One of the most puzzling questions we get from customers who run Facebook Ads and want to analyze their website traffic, is why there's discrepancies between Facebook Ad clicks and Facebook Pixel fires aka website visits.
This is where Landing Page views come in, since they're the closest metric you can use in Facebook Ads Manager reporting to track your website visitors.
In many cases, we've heard (and experienced first-hand) up to a 50% drop-off between Facebook Ad clicks and Landing Page Views 🙈. So what causes this discrepancy? And how can you optimize your ads for more website visitors?
We'll break things down into 4 parts, so you have everything you need to know about Clicks vs. Landing Page Views:
To start, let's walkthrough a quick refresher on 3 different click metrics Facebook provides. Note: for each of the metrics below, you can also view unique clicks.
1. Clicks (All): This is the total number of clicks on your ads. Seems simple by definition, however, the main callout is that it also counts any actions on the ad itself, including:
💪 Pro tip: Use All Clicks to understand general engagement on your ads and testing creative, but not for tracking website traffic.
2. Link Clicks: This is the total number of clicks on links within the ad that led to destinations on or off Facebook (websites, Facebook lead forms, videos on YouTube, etc.). If you include Instagram as a placement, for "ads promoting Instagram profile views, link clicks include clicks on the ad header or comments that led to the advertiser's profile."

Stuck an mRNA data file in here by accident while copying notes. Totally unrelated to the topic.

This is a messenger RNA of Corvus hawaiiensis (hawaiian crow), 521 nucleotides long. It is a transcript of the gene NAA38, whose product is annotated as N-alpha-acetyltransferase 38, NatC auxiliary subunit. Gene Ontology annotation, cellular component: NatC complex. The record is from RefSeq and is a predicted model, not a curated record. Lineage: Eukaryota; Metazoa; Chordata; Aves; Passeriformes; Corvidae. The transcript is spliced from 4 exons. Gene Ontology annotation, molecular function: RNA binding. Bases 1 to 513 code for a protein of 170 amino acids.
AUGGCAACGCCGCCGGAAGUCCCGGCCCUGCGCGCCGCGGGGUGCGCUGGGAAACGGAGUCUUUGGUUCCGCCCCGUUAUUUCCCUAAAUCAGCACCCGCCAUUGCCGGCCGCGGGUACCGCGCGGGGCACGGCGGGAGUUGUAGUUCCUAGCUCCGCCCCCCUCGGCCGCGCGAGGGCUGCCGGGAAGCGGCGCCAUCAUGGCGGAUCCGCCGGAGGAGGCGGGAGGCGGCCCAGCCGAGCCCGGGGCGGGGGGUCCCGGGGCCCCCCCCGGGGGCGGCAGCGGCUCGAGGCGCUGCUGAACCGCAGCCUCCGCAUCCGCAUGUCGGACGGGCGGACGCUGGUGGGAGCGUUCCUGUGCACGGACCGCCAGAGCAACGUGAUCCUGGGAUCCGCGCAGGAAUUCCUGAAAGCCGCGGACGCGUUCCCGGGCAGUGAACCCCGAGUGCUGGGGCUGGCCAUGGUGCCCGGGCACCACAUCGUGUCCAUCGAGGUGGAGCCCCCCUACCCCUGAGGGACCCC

💪 Pro tip: Link Clicks filter out some of the noise so you get a closer metric on clicks leading to your website, but again it won't be accurate since it still includes clicks to Facebook destinations.
3. Outbound Clicks: These are the total number of clicks that lead people off of Facebook to your website or app. Facebook mentions that "while some traffic might drop off between an outbound click and a webpage view, outbound clicks give you a closer approximation of the traffic intended for your website or app."
💪 Pro tip: Between the 3 click metrics, Outbound Clicks is the closest one for gauging traffic to your site, but it's still inaccurate as it doesn't capture landing page loads.
So this of course brings us to Landing Page Views ⚡.
From Facebook: "Landing page views let you know how many times people loaded your website, after clicking your ad. You can compare landing page views to link clicks to understand how many people clicked on your ad but left before your website loaded. To report on landing page views, you must have created a Facebook pixel."
The most important takeaway, is that of all the metrics above, Landing Page Views is the only one that counts when a user loads a webpage after clicking an ad, since the pixel fires any of these events: PageView, PixelInitialized or ViewContent (PageView and PixelInitialized are automatically captured by the Facebook Pixel).
So for truly monitoring how effective your ads are at driving people to your website, use Landing Page Views 🙌.